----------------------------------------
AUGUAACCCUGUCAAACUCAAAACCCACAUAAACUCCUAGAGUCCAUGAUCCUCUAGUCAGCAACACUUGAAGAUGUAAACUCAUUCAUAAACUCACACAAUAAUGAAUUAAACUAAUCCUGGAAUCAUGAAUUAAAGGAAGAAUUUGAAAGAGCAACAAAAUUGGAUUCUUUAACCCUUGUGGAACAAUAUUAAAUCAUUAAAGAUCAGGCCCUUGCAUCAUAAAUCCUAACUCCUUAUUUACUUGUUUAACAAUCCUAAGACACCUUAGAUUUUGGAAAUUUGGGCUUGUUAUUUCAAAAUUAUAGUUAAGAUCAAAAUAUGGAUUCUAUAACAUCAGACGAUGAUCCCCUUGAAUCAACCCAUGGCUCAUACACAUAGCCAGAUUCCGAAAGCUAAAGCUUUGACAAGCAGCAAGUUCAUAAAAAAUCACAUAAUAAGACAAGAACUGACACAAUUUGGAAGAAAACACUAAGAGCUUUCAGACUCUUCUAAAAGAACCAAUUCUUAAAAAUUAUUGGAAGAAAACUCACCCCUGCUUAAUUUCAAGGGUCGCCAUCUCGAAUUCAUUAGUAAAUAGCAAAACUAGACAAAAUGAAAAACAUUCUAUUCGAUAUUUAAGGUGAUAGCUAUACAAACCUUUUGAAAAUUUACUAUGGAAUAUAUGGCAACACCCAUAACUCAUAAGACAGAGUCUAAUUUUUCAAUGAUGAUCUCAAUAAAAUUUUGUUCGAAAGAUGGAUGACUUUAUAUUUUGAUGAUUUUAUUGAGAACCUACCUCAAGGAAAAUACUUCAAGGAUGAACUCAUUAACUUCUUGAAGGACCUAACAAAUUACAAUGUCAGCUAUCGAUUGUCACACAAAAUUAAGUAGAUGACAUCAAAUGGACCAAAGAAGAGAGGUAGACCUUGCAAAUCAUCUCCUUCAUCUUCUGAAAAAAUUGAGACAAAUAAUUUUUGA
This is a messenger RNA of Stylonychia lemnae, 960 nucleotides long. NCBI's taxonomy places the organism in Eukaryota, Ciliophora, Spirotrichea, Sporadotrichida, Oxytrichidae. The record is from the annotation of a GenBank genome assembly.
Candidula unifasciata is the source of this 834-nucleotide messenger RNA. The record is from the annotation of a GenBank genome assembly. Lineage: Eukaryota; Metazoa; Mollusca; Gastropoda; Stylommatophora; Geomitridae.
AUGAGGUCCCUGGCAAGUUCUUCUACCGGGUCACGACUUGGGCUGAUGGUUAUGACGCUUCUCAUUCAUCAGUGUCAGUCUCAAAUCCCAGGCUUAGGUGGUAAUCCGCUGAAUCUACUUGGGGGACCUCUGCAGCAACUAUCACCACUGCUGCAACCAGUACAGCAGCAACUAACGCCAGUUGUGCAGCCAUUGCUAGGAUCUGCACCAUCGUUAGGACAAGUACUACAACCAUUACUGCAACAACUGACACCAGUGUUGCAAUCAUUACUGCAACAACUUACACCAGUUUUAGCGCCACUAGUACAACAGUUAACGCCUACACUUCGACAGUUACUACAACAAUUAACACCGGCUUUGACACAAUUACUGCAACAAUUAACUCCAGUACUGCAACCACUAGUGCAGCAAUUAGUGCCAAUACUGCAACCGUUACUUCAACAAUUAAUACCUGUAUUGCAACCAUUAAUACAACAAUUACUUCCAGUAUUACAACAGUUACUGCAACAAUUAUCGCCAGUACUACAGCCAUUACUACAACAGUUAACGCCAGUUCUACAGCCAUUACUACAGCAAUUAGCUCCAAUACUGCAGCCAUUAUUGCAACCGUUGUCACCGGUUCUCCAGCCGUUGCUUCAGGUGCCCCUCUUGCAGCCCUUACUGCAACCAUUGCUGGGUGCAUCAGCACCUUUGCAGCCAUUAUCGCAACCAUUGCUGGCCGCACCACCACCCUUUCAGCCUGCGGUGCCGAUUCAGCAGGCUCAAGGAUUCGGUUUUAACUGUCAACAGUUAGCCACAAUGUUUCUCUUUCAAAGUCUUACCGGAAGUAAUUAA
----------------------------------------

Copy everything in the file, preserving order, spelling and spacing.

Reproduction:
AUGUAACCCUGUCAAACUCAAAACCCACAUAAACUCCUAGAGUCCAUGAUCCUCUAGUCAGCAACACUUGAAGAUGUAAACUCAUUCAUAAACUCACACAAUAAUGAAUUAAACUAAUCCUGGAAUCAUGAAUUAAAGGAAGAAUUUGAAAGAGCAACAAAAUUGGAUUCUUUAACCCUUGUGGAACAAUAUUAAAUCAUUAAAGAUCAGGCCCUUGCAUCAUAAAUCCUAACUCCUUAUUUACUUGUUUAACAAUCCUAAGACACCUUAGAUUUUGGAAAUUUGGGCUUGUUAUUUCAAAAUUAUAGUUAAGAUCAAAAUAUGGAUUCUAUAACAUCAGACGAUGAUCCCCUUGAAUCAACCCAUGGCUCAUACACAUAGCCAGAUUCCGAAAGCUAAAGCUUUGACAAGCAGCAAGUUCAUAAAAAAUCACAUAAUAAGACAAGAACUGACACAAUUUGGAAGAAAACACUAAGAGCUUUCAGACUCUUCUAAAAGAACCAAUUCUUAAAAAUUAUUGGAAGAAAACUCACCCCUGCUUAAUUUCAAGGGUCGCCAUCUCGAAUUCAUUAGUAAAUAGCAAAACUAGACAAAAUGAAAAACAUUCUAUUCGAUAUUUAAGGUGAUAGCUAUACAAACCUUUUGAAAAUUUACUAUGGAAUAUAUGGCAACACCCAUAACUCAUAAGACAGAGUCUAAUUUUUCAAUGAUGAUCUCAAUAAAAUUUUGUUCGAAAGAUGGAUGACUUUAUAUUUUGAUGAUUUUAUUGAGAACCUACCUCAAGGAAAAUACUUCAAGGAUGAACUCAUUAACUUCUUGAAGGACCUAACAAAUUACAAUGUCAGCUAUCGAUUGUCACACAAAAUUAAGUAGAUGACAUCAAAUGGACCAAAGAAGAGAGGUAGACCUUGCAAAUCAUCUCCUUCAUCUUCUGAAAAAAUUGAGACAAAUAAUUUUUGA
This is a messenger RNA of Stylonychia lemnae, 960 nucleotides long. NCBI's taxonomy places the organism in Eukaryota, Ciliophora, Spirotrichea, Sporadotrichida, Oxytrichidae. The record is from the annotation of a GenBank genome assembly.
Candidula unifasciata is the source of this 834-nucleotide messenger RNA. The record is from the annotation of a GenBank genome assembly. Lineage: Eukaryota; Metazoa; Mollusca; Gastropoda; Stylommatophora; Geomitridae.
AUGAGGUCCCUGGCAAGUUCUUCUACCGGGUCACGACUUGGGCUGAUGGUUAUGACGCUUCUCAUUCAUCAGUGUCAGUCUCAAAUCCCAGGCUUAGGUGGUAAUCCGCUGAAUCUACUUGGGGGACCUCUGCAGCAACUAUCACCACUGCUGCAACCAGUACAGCAGCAACUAACGCCAGUUGUGCAGCCAUUGCUAGGAUCUGCACCAUCGUUAGGACAAGUACUACAACCAUUACUGCAACAACUGACACCAGUGUUGCAAUCAUUACUGCAACAACUUACACCAGUUUUAGCGCCACUAGUACAACAGUUAACGCCUACACUUCGACAGUUACUACAACAAUUAACACCGGCUUUGACACAAUUACUGCAACAAUUAACUCCAGUACUGCAACCACUAGUGCAGCAAUUAGUGCCAAUACUGCAACCGUUACUUCAACAAUUAAUACCUGUAUUGCAACCAUUAAUACAACAAUUACUUCCAGUAUUACAACAGUUACUGCAACAAUUAUCGCCAGUACUACAGCCAUUACUACAACAGUUAACGCCAGUUCUACAGCCAUUACUACAGCAAUUAGCUCCAAUACUGCAGCCAUUAUUGCAACCGUUGUCACCGGUUCUCCAGCCGUUGCUUCAGGUGCCCCUCUUGCAGCCCUUACUGCAACCAUUGCUGGGUGCAUCAGCACCUUUGCAGCCAUUAUCGCAACCAUUGCUGGCCGCACCACCACCCUUUCAGCCUGCGGUGCCGAUUCAGCAGGCUCAAGGAUUCGGUUUUAACUGUCAACAGUUAGCCACAAUGUUUCUCUUUCAAAGUCUUACCGGAAGUAAUUAA